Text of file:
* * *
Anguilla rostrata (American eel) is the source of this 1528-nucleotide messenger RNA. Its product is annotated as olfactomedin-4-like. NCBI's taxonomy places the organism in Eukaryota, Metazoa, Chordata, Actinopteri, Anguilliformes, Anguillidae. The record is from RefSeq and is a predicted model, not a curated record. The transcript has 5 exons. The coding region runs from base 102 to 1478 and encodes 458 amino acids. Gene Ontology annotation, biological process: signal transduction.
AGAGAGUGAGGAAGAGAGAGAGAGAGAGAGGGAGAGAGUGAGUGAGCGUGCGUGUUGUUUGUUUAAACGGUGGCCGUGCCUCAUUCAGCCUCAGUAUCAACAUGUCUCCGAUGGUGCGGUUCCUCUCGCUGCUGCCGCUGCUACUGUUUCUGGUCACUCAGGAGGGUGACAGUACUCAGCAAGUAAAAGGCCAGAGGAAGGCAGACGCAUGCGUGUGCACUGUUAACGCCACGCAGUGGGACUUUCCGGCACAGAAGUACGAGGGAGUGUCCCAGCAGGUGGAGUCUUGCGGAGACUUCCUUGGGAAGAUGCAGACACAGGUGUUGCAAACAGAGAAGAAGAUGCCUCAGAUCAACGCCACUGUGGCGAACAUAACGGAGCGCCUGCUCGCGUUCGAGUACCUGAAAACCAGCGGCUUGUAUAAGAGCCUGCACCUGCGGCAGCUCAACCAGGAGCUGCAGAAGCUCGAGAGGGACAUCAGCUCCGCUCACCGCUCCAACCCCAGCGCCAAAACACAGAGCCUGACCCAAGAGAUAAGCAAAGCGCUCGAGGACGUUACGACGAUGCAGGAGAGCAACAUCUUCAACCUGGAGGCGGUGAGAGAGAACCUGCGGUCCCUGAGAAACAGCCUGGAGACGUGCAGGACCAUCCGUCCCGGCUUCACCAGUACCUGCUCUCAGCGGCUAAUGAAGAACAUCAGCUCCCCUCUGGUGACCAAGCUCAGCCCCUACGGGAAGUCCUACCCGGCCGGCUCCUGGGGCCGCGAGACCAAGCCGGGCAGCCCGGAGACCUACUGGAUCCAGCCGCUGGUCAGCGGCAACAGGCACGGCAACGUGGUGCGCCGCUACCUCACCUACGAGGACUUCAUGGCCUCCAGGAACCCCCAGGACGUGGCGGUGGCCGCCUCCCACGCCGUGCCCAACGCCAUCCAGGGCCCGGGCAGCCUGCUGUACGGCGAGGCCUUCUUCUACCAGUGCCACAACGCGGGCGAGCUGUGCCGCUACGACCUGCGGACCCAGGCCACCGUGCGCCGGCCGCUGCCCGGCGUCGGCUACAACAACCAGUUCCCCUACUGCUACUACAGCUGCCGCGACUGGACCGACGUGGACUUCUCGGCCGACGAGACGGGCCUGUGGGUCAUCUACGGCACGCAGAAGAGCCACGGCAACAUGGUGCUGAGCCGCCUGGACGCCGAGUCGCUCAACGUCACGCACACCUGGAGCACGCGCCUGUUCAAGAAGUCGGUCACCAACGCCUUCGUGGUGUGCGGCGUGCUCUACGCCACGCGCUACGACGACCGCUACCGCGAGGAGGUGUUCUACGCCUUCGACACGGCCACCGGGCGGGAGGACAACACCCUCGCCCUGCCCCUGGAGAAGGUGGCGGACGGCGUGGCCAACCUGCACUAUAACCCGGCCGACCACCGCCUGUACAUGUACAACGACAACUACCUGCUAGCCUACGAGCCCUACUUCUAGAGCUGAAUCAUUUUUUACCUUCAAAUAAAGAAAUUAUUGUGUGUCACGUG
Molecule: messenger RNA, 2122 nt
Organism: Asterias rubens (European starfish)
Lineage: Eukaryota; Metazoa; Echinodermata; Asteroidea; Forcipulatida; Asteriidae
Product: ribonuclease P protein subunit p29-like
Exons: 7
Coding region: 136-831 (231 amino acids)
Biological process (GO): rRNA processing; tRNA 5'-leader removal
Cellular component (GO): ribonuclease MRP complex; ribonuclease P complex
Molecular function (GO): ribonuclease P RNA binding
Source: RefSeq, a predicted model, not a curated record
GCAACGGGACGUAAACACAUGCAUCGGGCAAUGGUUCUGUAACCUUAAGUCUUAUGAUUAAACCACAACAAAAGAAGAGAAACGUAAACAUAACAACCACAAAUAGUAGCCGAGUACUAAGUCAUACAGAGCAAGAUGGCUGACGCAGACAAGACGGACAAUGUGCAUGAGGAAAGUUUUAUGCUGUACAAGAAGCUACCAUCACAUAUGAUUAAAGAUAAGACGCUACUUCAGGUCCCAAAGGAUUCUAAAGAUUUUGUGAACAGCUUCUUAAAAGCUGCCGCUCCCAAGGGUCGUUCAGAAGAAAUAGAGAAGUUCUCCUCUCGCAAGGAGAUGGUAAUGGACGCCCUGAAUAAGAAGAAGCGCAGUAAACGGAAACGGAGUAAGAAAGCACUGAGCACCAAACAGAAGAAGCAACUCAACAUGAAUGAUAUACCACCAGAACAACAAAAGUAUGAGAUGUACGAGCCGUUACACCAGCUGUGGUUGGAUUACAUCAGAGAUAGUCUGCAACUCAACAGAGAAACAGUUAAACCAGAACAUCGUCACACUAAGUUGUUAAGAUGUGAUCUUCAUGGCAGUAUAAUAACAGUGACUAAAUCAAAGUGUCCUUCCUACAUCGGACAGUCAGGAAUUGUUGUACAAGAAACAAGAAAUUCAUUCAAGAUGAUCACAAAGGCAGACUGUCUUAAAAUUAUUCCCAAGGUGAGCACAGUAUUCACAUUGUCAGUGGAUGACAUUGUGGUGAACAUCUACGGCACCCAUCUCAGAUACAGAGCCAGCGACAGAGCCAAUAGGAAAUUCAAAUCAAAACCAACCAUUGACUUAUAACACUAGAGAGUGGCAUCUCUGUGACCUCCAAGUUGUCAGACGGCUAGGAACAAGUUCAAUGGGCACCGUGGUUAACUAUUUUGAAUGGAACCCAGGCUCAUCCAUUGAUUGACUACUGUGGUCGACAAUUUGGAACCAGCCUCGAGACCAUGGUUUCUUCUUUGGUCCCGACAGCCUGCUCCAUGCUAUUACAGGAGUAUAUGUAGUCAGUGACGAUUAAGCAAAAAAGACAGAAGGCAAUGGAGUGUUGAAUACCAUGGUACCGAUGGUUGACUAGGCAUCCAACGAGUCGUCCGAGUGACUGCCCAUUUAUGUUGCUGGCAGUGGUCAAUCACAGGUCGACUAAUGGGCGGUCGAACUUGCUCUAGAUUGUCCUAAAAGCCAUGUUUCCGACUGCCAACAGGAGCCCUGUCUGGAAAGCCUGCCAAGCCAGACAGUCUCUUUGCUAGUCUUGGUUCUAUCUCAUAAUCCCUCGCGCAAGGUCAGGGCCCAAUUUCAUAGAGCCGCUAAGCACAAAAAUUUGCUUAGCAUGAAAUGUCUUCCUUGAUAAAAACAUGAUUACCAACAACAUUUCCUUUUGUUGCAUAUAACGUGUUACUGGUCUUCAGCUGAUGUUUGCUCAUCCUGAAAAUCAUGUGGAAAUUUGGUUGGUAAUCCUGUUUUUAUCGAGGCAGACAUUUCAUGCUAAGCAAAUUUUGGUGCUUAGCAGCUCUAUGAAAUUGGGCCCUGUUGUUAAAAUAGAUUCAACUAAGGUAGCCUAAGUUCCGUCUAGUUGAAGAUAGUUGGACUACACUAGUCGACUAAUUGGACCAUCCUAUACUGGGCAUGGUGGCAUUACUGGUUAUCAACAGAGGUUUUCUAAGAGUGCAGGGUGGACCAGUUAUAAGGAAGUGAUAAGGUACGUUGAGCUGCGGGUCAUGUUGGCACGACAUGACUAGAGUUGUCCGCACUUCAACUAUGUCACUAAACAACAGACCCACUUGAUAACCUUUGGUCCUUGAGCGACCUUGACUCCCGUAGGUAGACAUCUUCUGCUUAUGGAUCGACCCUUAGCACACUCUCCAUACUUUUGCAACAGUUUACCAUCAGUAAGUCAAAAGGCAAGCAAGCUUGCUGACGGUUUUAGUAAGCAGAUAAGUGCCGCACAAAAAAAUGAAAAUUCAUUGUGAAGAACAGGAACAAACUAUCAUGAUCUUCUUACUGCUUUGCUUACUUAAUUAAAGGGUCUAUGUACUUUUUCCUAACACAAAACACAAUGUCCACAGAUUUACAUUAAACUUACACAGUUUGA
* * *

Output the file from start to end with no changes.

Anguilla rostrata (American eel) is the source of this 1528-nucleotide messenger RNA. Its product is annotated as olfactomedin-4-like. NCBI's taxonomy places the organism in Eukaryota, Metazoa, Chordata, Actinopteri, Anguilliformes, Anguillidae. The record is from RefSeq and is a predicted model, not a curated record. The transcript has 5 exons. The coding region runs from base 102 to 1478 and encodes 458 amino acids. Gene Ontology annotation, biological process: signal transduction.
AGAGAGUGAGGAAGAGAGAGAGAGAGAGAGGGAGAGAGUGAGUGAGCGUGCGUGUUGUUUGUUUAAACGGUGGCCGUGCCUCAUUCAGCCUCAGUAUCAACAUGUCUCCGAUGGUGCGGUUCCUCUCGCUGCUGCCGCUGCUACUGUUUCUGGUCACUCAGGAGGGUGACAGUACUCAGCAAGUAAAAGGCCAGAGGAAGGCAGACGCAUGCGUGUGCACUGUUAACGCCACGCAGUGGGACUUUCCGGCACAGAAGUACGAGGGAGUGUCCCAGCAGGUGGAGUCUUGCGGAGACUUCCUUGGGAAGAUGCAGACACAGGUGUUGCAAACAGAGAAGAAGAUGCCUCAGAUCAACGCCACUGUGGCGAACAUAACGGAGCGCCUGCUCGCGUUCGAGUACCUGAAAACCAGCGGCUUGUAUAAGAGCCUGCACCUGCGGCAGCUCAACCAGGAGCUGCAGAAGCUCGAGAGGGACAUCAGCUCCGCUCACCGCUCCAACCCCAGCGCCAAAACACAGAGCCUGACCCAAGAGAUAAGCAAAGCGCUCGAGGACGUUACGACGAUGCAGGAGAGCAACAUCUUCAACCUGGAGGCGGUGAGAGAGAACCUGCGGUCCCUGAGAAACAGCCUGGAGACGUGCAGGACCAUCCGUCCCGGCUUCACCAGUACCUGCUCUCAGCGGCUAAUGAAGAACAUCAGCUCCCCUCUGGUGACCAAGCUCAGCCCCUACGGGAAGUCCUACCCGGCCGGCUCCUGGGGCCGCGAGACCAAGCCGGGCAGCCCGGAGACCUACUGGAUCCAGCCGCUGGUCAGCGGCAACAGGCACGGCAACGUGGUGCGCCGCUACCUCACCUACGAGGACUUCAUGGCCUCCAGGAACCCCCAGGACGUGGCGGUGGCCGCCUCCCACGCCGUGCCCAACGCCAUCCAGGGCCCGGGCAGCCUGCUGUACGGCGAGGCCUUCUUCUACCAGUGCCACAACGCGGGCGAGCUGUGCCGCUACGACCUGCGGACCCAGGCCACCGUGCGCCGGCCGCUGCCCGGCGUCGGCUACAACAACCAGUUCCCCUACUGCUACUACAGCUGCCGCGACUGGACCGACGUGGACUUCUCGGCCGACGAGACGGGCCUGUGGGUCAUCUACGGCACGCAGAAGAGCCACGGCAACAUGGUGCUGAGCCGCCUGGACGCCGAGUCGCUCAACGUCACGCACACCUGGAGCACGCGCCUGUUCAAGAAGUCGGUCACCAACGCCUUCGUGGUGUGCGGCGUGCUCUACGCCACGCGCUACGACGACCGCUACCGCGAGGAGGUGUUCUACGCCUUCGACACGGCCACCGGGCGGGAGGACAACACCCUCGCCCUGCCCCUGGAGAAGGUGGCGGACGGCGUGGCCAACCUGCACUAUAACCCGGCCGACCACCGCCUGUACAUGUACAACGACAACUACCUGCUAGCCUACGAGCCCUACUUCUAGAGCUGAAUCAUUUUUUACCUUCAAAUAAAGAAAUUAUUGUGUGUCACGUG
Molecule: messenger RNA, 2122 nt
Organism: Asterias rubens (European starfish)
Lineage: Eukaryota; Metazoa; Echinodermata; Asteroidea; Forcipulatida; Asteriidae
Product: ribonuclease P protein subunit p29-like
Exons: 7
Coding region: 136-831 (231 amino acids)
Biological process (GO): rRNA processing; tRNA 5'-leader removal
Cellular component (GO): ribonuclease MRP complex; ribonuclease P complex
Molecular function (GO): ribonuclease P RNA binding
Source: RefSeq, a predicted model, not a curated record
GCAACGGGACGUAAACACAUGCAUCGGGCAAUGGUUCUGUAACCUUAAGUCUUAUGAUUAAACCACAACAAAAGAAGAGAAACGUAAACAUAACAACCACAAAUAGUAGCCGAGUACUAAGUCAUACAGAGCAAGAUGGCUGACGCAGACAAGACGGACAAUGUGCAUGAGGAAAGUUUUAUGCUGUACAAGAAGCUACCAUCACAUAUGAUUAAAGAUAAGACGCUACUUCAGGUCCCAAAGGAUUCUAAAGAUUUUGUGAACAGCUUCUUAAAAGCUGCCGCUCCCAAGGGUCGUUCAGAAGAAAUAGAGAAGUUCUCCUCUCGCAAGGAGAUGGUAAUGGACGCCCUGAAUAAGAAGAAGCGCAGUAAACGGAAACGGAGUAAGAAAGCACUGAGCACCAAACAGAAGAAGCAACUCAACAUGAAUGAUAUACCACCAGAACAACAAAAGUAUGAGAUGUACGAGCCGUUACACCAGCUGUGGUUGGAUUACAUCAGAGAUAGUCUGCAACUCAACAGAGAAACAGUUAAACCAGAACAUCGUCACACUAAGUUGUUAAGAUGUGAUCUUCAUGGCAGUAUAAUAACAGUGACUAAAUCAAAGUGUCCUUCCUACAUCGGACAGUCAGGAAUUGUUGUACAAGAAACAAGAAAUUCAUUCAAGAUGAUCACAAAGGCAGACUGUCUUAAAAUUAUUCCCAAGGUGAGCACAGUAUUCACAUUGUCAGUGGAUGACAUUGUGGUGAACAUCUACGGCACCCAUCUCAGAUACAGAGCCAGCGACAGAGCCAAUAGGAAAUUCAAAUCAAAACCAACCAUUGACUUAUAACACUAGAGAGUGGCAUCUCUGUGACCUCCAAGUUGUCAGACGGCUAGGAACAAGUUCAAUGGGCACCGUGGUUAACUAUUUUGAAUGGAACCCAGGCUCAUCCAUUGAUUGACUACUGUGGUCGACAAUUUGGAACCAGCCUCGAGACCAUGGUUUCUUCUUUGGUCCCGACAGCCUGCUCCAUGCUAUUACAGGAGUAUAUGUAGUCAGUGACGAUUAAGCAAAAAAGACAGAAGGCAAUGGAGUGUUGAAUACCAUGGUACCGAUGGUUGACUAGGCAUCCAACGAGUCGUCCGAGUGACUGCCCAUUUAUGUUGCUGGCAGUGGUCAAUCACAGGUCGACUAAUGGGCGGUCGAACUUGCUCUAGAUUGUCCUAAAAGCCAUGUUUCCGACUGCCAACAGGAGCCCUGUCUGGAAAGCCUGCCAAGCCAGACAGUCUCUUUGCUAGUCUUGGUUCUAUCUCAUAAUCCCUCGCGCAAGGUCAGGGCCCAAUUUCAUAGAGCCGCUAAGCACAAAAAUUUGCUUAGCAUGAAAUGUCUUCCUUGAUAAAAACAUGAUUACCAACAACAUUUCCUUUUGUUGCAUAUAACGUGUUACUGGUCUUCAGCUGAUGUUUGCUCAUCCUGAAAAUCAUGUGGAAAUUUGGUUGGUAAUCCUGUUUUUAUCGAGGCAGACAUUUCAUGCUAAGCAAAUUUUGGUGCUUAGCAGCUCUAUGAAAUUGGGCCCUGUUGUUAAAAUAGAUUCAACUAAGGUAGCCUAAGUUCCGUCUAGUUGAAGAUAGUUGGACUACACUAGUCGACUAAUUGGACCAUCCUAUACUGGGCAUGGUGGCAUUACUGGUUAUCAACAGAGGUUUUCUAAGAGUGCAGGGUGGACCAGUUAUAAGGAAGUGAUAAGGUACGUUGAGCUGCGGGUCAUGUUGGCACGACAUGACUAGAGUUGUCCGCACUUCAACUAUGUCACUAAACAACAGACCCACUUGAUAACCUUUGGUCCUUGAGCGACCUUGACUCCCGUAGGUAGACAUCUUCUGCUUAUGGAUCGACCCUUAGCACACUCUCCAUACUUUUGCAACAGUUUACCAUCAGUAAGUCAAAAGGCAAGCAAGCUUGCUGACGGUUUUAGUAAGCAGAUAAGUGCCGCACAAAAAAAUGAAAAUUCAUUGUGAAGAACAGGAACAAACUAUCAUGAUCUUCUUACUGCUUUGCUUACUUAAUUAAAGGGUCUAUGUACUUUUUCCUAACACAAAACACAAUGUCCACAGAUUUACAUUAAACUUACACAGUUUGA